Law

The Future Of Open Access To The Internet

January 16, 2014

A federal appeals court strikes down Federal Communications Commission regulations that ensure equal access to the Internet. The debate over net neutrality, and what the decision could mean for consumers and Internet providers.

Craig Steven Wilder: "Ebony And Ivy: Race, Slavery, And The Troubled History Of America's Universities"

Craig Steven Wilder: "Ebony And Ivy: Race, Slavery, And The Troubled History Of America's Universities"

January 14, 2014

A 2006 report commissioned by Brown University revealed the institution’s involvement in slavery, setting off a controversy that made headlines across the country. But Brown’s troubling past was far from unique. In a new book, American history professor Craig Steven Wilder lays bare uncomfortable truths about race, slavery and the American academy.

Where Gun Control Efforts Stand Today

January 9, 2014

Former Rep. Gabby Giffords was injured in a mass shooting in Arizona three years ago. But gun control efforts have stalled at the federal level. Where the debate stands today.

What To Expect From Congress This Election Year

January 8, 2014

Congress begins 2014 with a full agenda, including a vote on extending unemployment benefits, negotiating the debt ceiling and prospects for immigration reform. Diane and her guests discuss what to expect from Congress this election year.

Four Years After Citizens United: The State Of Money In Politics

January 7, 2014

In January 2010, the Supreme Court ruled corporations could spend unlimited amounts of money to support or oppose candidates. Four years later: money in politics and the state of campaign finance reform.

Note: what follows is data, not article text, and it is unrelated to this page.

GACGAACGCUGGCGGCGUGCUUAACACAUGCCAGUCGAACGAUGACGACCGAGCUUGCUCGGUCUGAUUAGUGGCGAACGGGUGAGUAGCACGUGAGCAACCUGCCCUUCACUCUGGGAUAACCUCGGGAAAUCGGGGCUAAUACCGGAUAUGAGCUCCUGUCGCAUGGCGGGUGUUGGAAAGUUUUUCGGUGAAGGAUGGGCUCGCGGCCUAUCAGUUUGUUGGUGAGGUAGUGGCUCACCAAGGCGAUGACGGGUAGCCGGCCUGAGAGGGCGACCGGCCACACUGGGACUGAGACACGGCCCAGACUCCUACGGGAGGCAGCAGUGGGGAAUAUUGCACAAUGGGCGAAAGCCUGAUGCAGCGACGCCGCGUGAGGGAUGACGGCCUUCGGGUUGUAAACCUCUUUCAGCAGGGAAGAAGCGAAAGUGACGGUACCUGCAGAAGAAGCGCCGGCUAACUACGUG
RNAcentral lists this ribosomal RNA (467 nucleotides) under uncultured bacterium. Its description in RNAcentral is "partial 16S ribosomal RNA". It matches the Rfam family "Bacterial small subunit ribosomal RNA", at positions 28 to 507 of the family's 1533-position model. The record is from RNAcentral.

John Grisham: "Sycamore Row" (Rebroadcast)

December 31, 2013

John Grisham's latest novel is the long-awaited sequel to "A Time to Kill." It's a story about race and inheritance in a rural Mississippi town.

New Efforts To Combat Human Trafficking (Rebroadcast)

December 30, 2013

An estimated 20 million people are trafficked into prostitution or forced labor worldwide. A British survivor tells her story of how she was forced into the sex trade. A panel of guests discusses new efforts to combat modern slavery.

Trends In Teenage Drug Use

December 19, 2013

According to a new NIH study, 60 percent of high school seniors do not view regular marijuana use as harmful. The director of the National Institute on Drug Abuse on trends in drug use among teenagers, prescription drug abuse and the science of drug addiction.

Friday News Roundup - International

December 13, 2013

After mounting protests, Ukraine’s president says he intends to sign a trade agreement with the E.U. World leaders. Thousands of South African citizens pay respects to the late Nelson Mandela. And Time magazine names Pope Francis its “Man of the Year.” A panel of journalists joins guest host Susan Page for analysis of the week's top international news stories.

The Challenges Of Claiming Nazi-Stolen Artwork

December 10, 2013

Germany recently published details about more than 100 artworks, including pieces by Picasso and Cézanne, discovered in Munich as part of a huge stash of suspected Nazi loot. Diane and her guests discuss why so little has been done to return stolen goods to Holocaust victims and their families and what this incident means for institutions and collectors in the U.S.

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